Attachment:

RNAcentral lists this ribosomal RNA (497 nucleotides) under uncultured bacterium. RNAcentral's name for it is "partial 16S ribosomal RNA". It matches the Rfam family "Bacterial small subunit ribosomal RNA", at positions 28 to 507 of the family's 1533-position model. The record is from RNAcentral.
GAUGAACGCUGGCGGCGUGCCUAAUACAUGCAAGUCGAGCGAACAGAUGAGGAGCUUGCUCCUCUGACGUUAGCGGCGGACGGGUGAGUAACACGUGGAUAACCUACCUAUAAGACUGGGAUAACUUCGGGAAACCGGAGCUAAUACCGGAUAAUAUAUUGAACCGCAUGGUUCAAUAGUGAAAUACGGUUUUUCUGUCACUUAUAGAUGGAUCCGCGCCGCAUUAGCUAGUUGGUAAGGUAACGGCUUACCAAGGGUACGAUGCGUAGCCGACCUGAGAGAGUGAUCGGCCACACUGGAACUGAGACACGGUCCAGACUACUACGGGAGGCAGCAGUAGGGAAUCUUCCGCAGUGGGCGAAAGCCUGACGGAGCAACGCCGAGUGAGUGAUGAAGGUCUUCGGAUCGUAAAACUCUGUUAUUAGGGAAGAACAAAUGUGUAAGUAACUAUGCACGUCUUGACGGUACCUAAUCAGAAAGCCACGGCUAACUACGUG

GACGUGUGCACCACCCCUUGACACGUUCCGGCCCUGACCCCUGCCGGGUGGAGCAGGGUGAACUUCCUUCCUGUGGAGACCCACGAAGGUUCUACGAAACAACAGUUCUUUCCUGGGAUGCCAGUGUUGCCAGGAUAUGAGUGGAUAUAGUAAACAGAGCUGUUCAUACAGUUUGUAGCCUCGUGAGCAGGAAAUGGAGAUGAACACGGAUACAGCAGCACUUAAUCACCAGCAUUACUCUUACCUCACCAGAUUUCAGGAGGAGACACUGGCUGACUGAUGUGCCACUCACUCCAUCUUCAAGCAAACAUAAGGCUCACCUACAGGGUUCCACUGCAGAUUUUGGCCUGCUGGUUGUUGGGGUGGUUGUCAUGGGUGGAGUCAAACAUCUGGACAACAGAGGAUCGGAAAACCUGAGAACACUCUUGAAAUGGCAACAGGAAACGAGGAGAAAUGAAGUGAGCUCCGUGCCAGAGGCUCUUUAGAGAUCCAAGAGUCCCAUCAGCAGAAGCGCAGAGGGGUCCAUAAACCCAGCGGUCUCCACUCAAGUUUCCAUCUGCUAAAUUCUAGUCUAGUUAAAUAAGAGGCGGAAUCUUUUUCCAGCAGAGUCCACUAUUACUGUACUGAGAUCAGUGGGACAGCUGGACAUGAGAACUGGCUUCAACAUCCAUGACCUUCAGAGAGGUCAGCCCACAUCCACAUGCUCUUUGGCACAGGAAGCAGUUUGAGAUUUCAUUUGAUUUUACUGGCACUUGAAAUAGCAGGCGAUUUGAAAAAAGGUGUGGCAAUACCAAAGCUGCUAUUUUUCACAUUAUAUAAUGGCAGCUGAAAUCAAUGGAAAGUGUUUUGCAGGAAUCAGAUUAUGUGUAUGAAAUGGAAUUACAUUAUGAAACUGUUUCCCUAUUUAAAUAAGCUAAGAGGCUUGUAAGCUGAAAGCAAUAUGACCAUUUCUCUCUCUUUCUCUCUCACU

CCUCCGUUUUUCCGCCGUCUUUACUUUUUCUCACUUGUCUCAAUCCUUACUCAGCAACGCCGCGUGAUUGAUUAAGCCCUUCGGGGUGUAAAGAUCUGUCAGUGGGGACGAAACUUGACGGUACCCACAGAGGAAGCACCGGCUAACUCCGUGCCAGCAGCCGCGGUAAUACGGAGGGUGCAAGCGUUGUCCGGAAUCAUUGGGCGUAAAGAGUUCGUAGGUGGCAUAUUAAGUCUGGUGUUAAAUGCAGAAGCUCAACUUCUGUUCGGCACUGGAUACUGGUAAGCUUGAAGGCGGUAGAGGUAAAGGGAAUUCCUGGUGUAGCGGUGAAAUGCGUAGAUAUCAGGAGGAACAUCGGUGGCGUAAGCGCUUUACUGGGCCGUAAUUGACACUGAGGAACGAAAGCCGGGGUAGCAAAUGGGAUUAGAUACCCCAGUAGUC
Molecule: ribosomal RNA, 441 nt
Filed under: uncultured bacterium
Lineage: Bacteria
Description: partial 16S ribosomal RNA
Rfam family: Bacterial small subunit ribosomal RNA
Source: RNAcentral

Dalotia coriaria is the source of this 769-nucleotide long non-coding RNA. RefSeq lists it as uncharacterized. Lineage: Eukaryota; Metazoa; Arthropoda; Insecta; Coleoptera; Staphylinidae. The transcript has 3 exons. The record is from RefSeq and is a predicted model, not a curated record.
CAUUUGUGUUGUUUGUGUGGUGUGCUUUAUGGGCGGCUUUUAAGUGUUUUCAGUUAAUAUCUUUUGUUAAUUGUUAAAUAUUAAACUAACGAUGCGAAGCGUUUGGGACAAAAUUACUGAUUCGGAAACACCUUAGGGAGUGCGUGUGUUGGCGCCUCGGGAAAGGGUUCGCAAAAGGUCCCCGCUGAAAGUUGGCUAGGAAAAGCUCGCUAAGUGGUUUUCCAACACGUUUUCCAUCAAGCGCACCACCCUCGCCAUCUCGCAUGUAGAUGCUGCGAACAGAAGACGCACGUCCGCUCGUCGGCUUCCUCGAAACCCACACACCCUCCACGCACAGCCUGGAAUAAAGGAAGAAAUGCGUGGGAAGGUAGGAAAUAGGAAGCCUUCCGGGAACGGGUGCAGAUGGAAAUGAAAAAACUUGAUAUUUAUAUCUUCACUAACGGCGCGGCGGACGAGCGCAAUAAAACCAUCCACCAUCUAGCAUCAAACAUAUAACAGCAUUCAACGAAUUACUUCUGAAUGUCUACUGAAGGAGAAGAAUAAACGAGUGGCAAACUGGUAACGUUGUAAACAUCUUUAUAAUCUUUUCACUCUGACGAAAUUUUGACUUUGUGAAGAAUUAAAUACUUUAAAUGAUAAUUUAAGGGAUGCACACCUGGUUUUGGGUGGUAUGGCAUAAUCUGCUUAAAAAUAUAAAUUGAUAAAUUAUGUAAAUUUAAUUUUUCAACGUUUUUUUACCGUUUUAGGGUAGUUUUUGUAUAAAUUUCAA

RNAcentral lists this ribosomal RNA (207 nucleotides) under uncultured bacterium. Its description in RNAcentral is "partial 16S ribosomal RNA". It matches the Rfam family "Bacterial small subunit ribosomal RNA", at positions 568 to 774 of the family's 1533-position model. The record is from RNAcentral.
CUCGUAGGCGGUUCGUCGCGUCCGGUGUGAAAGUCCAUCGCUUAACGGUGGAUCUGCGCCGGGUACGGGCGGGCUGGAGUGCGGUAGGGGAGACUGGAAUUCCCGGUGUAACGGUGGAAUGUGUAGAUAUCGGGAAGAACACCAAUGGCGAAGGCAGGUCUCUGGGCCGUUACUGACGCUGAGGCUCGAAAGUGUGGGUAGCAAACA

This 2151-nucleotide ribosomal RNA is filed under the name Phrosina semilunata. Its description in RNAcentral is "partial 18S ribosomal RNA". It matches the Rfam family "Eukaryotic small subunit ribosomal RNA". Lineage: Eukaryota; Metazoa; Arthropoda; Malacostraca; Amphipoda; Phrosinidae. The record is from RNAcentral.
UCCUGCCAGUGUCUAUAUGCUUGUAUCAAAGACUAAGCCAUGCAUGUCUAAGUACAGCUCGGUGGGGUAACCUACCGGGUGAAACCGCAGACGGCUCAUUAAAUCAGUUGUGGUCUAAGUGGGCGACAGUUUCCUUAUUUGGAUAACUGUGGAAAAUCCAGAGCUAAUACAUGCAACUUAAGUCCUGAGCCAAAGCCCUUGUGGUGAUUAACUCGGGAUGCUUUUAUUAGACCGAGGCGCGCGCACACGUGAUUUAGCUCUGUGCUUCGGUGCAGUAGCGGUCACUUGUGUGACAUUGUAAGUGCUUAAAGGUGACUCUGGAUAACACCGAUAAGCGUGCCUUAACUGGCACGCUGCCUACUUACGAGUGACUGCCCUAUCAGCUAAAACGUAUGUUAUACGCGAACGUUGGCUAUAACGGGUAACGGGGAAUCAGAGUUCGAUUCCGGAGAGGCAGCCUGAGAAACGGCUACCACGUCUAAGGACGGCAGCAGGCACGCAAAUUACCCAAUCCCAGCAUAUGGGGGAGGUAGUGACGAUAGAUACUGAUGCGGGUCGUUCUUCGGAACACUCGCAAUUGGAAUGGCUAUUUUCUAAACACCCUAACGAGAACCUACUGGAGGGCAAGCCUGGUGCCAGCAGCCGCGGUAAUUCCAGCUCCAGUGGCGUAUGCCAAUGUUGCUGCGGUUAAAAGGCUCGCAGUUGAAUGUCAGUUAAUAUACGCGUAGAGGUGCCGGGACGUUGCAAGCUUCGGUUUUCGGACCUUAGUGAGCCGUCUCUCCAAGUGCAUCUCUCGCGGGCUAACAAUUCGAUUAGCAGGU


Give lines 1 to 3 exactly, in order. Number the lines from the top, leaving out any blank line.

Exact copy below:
RNAcentral lists this ribosomal RNA (497 nucleotides) under uncultured bacterium. RNAcentral's name for it is "partial 16S ribosomal RNA". It matches the Rfam family "Bacterial small subunit ribosomal RNA", at positions 28 to 507 of the family's 1533-position model. The record is from RNAcentral.
GAUGAACGCUGGCGGCGUGCCUAAUACAUGCAAGUCGAGCGAACAGAUGAGGAGCUUGCUCCUCUGACGUUAGCGGCGGACGGGUGAGUAACACGUGGAUAACCUACCUAUAAGACUGGGAUAACUUCGGGAAACCGGAGCUAAUACCGGAUAAUAUAUUGAACCGCAUGGUUCAAUAGUGAAAUACGGUUUUUCUGUCACUUAUAGAUGGAUCCGCGCCGCAUUAGCUAGUUGGUAAGGUAACGGCUUACCAAGGGUACGAUGCGUAGCCGACCUGAGAGAGUGAUCGGCCACACUGGAACUGAGACACGGUCCAGACUACUACGGGAGGCAGCAGUAGGGAAUCUUCCGCAGUGGGCGAAAGCCUGACGGAGCAACGCCGAGUGAGUGAUGAAGGUCUUCGGAUCGUAAAACUCUGUUAUUAGGGAAGAACAAAUGUGUAAGUAACUAUGCACGUCUUGACGGUACCUAAUCAGAAAGCCACGGCUAACUACGUG

GACGUGUGCACCACCCCUUGACACGUUCCGGCCCUGACCCCUGCCGGGUGGAGCAGGGUGAACUUCCUUCCUGUGGAGACCCACGAAGGUUCUACGAAACAACAGUUCUUUCCUGGGAUGCCAGUGUUGCCAGGAUAUGAGUGGAUAUAGUAAACAGAGCUGUUCAUACAGUUUGUAGCCUCGUGAGCAGGAAAUGGAGAUGAACACGGAUACAGCAGCACUUAAUCACCAGCAUUACUCUUACCUCACCAGAUUUCAGGAGGAGACACUGGCUGACUGAUGUGCCACUCACUCCAUCUUCAAGCAAACAUAAGGCUCACCUACAGGGUUCCACUGCAGAUUUUGGCCUGCUGGUUGUUGGGGUGGUUGUCAUGGGUGGAGUCAAACAUCUGGACAACAGAGGAUCGGAAAACCUGAGAACACUCUUGAAAUGGCAACAGGAAACGAGGAGAAAUGAAGUGAGCUCCGUGCCAGAGGCUCUUUAGAGAUCCAAGAGUCCCAUCAGCAGAAGCGCAGAGGGGUCCAUAAACCCAGCGGUCUCCACUCAAGUUUCCAUCUGCUAAAUUCUAGUCUAGUUAAAUAAGAGGCGGAAUCUUUUUCCAGCAGAGUCCACUAUUACUGUACUGAGAUCAGUGGGACAGCUGGACAUGAGAACUGGCUUCAACAUCCAUGACCUUCAGAGAGGUCAGCCCACAUCCACAUGCUCUUUGGCACAGGAAGCAGUUUGAGAUUUCAUUUGAUUUUACUGGCACUUGAAAUAGCAGGCGAUUUGAAAAAAGGUGUGGCAAUACCAAAGCUGCUAUUUUUCACAUUAUAUAAUGGCAGCUGAAAUCAAUGGAAAGUGUUUUGCAGGAAUCAGAUUAUGUGUAUGAAAUGGAAUUACAUUAUGAAACUGUUUCCCUAUUUAAAUAAGCUAAGAGGCUUGUAAGCUGAAAGCAAUAUGACCAUUUCUCUCUCUUUCUCUCUCACU